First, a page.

3)Lounge sounds nice, of course you will need alcohol if you want people to lounge around.
4)Leagues will be your bread & butter
5)Your pro shop should be equiped with a lathe and someone that can re-wrap, re-tip, replace ferrules, taper shafts,... all on the spot.
6)Try and carry cues from one of the local cue builders instead of Meucci and any other mass produced cue makers. Why would I want to pay more to buy from you when I can get all that stuff on the internet for so much less?
7)No arcades! Keep the kids out. You want people that aren't going to cause trouble, beat up your stuff and don't mind dropping some dough on drinks, food and table time.

Make sure you decide on a clientele (sp?) and really research what it is they want out of a pool hall. Also make sure that a pool hall is really what they want.

Fred Agnir
11-25-2002, 03:57 PM
<blockquote><font class="small">Quote dooziexx:</font><hr> Ive been playing pool for the last 14 years and now my dreams of opening a pool hall is closer than ever. Even though its probably 2-3 years away, I thought this would be a good time to gather information on what the room needs to attract business especially from a players standpoint. I want this room to be a place where serious players attend but also at the sametime not shun away beginners. ...<hr /></blockquote>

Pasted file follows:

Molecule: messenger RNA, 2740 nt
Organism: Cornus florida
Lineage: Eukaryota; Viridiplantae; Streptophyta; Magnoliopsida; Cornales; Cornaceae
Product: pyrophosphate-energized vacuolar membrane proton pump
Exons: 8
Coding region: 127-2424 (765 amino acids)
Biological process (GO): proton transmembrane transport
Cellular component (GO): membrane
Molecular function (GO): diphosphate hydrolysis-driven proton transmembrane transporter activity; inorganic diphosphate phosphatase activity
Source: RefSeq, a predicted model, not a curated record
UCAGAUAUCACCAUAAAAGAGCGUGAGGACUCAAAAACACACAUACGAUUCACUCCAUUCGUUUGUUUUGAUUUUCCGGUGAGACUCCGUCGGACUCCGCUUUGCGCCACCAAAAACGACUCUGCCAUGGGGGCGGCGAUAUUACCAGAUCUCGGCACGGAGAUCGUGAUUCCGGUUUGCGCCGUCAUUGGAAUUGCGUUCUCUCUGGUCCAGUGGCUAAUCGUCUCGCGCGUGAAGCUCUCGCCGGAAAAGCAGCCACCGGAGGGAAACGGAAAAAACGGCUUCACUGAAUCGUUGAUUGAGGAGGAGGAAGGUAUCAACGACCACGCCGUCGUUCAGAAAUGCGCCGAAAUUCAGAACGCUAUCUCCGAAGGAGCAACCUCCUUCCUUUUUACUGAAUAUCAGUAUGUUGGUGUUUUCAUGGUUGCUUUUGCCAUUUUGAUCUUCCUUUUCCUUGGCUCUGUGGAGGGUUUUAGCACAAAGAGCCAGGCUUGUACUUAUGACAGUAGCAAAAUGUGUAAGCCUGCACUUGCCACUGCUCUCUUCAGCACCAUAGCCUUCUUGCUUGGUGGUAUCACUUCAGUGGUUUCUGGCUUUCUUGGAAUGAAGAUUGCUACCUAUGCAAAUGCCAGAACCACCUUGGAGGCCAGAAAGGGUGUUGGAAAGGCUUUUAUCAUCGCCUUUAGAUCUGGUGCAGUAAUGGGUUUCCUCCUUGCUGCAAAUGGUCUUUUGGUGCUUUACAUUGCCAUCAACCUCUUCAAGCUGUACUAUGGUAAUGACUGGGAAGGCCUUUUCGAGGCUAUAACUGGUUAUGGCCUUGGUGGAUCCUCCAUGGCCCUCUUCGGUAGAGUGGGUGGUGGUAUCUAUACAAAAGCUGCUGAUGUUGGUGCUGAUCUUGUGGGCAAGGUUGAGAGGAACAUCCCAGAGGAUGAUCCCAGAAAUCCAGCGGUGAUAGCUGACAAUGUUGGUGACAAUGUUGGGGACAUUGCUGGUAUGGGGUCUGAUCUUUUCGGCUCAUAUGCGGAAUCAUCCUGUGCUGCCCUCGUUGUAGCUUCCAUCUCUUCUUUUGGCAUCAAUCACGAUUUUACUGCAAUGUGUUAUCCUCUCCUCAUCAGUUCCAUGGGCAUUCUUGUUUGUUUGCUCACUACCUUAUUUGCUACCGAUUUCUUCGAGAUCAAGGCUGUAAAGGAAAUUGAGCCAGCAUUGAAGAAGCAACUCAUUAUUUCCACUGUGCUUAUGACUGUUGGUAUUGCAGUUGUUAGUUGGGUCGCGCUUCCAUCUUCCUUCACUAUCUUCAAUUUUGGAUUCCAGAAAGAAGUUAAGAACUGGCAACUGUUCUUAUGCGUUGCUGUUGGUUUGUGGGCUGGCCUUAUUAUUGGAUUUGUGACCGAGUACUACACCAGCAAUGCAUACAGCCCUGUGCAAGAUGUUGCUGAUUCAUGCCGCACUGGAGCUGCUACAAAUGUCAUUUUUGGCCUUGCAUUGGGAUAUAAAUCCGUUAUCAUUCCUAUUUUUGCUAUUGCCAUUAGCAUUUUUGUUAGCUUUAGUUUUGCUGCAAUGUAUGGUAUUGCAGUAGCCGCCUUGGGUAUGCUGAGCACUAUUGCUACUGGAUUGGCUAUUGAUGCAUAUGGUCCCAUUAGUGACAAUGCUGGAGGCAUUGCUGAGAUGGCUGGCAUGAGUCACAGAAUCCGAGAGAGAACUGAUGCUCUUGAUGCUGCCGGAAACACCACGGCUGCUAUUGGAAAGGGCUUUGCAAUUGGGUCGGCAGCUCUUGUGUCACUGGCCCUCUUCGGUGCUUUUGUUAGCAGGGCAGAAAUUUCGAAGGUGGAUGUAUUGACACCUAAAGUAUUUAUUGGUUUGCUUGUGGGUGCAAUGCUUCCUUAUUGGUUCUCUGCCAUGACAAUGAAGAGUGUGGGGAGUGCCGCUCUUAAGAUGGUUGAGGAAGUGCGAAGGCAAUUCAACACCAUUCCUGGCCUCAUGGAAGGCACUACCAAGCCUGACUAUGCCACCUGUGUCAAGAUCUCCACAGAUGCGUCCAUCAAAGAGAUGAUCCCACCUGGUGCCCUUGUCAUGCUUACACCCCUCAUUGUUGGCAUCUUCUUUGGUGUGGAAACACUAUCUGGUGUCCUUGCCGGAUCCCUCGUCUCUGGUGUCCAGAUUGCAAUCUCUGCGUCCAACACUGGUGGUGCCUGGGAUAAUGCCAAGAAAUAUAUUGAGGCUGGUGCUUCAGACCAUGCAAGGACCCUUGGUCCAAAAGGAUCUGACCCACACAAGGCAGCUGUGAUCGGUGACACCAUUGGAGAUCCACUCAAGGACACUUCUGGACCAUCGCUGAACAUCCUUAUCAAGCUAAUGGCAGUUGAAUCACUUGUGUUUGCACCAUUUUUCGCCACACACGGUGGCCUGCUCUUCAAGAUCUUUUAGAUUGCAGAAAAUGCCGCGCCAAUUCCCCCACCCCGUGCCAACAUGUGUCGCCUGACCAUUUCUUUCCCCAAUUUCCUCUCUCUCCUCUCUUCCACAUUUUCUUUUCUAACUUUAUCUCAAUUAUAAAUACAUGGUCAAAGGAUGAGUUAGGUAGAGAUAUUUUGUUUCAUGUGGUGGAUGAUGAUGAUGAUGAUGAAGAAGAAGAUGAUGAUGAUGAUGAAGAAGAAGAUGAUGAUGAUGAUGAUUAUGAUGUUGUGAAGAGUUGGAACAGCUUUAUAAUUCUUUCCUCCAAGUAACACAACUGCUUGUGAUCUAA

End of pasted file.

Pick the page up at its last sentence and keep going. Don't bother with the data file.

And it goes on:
I'm sure you're not going to like my comments. The only places I see where "serious players only" are enough to sustain the business are big cities that historically have the serious players. The rest of the areas need to be geared towards non-serious players to make money. Usually food and drink are necessities.

One place that's an anomoly of sorts is Airway Billiards in Dayton, OH. That place attracts serious players, but probably because it has the reputation of having the greatest $5 weekly 9-ball tournament in the universe. Add to that it's great food (and drink), and you've booked a winner. People (used to?) go there for lunch just for the food. But come the night time, there are lots of non-serious players that keeps the place going.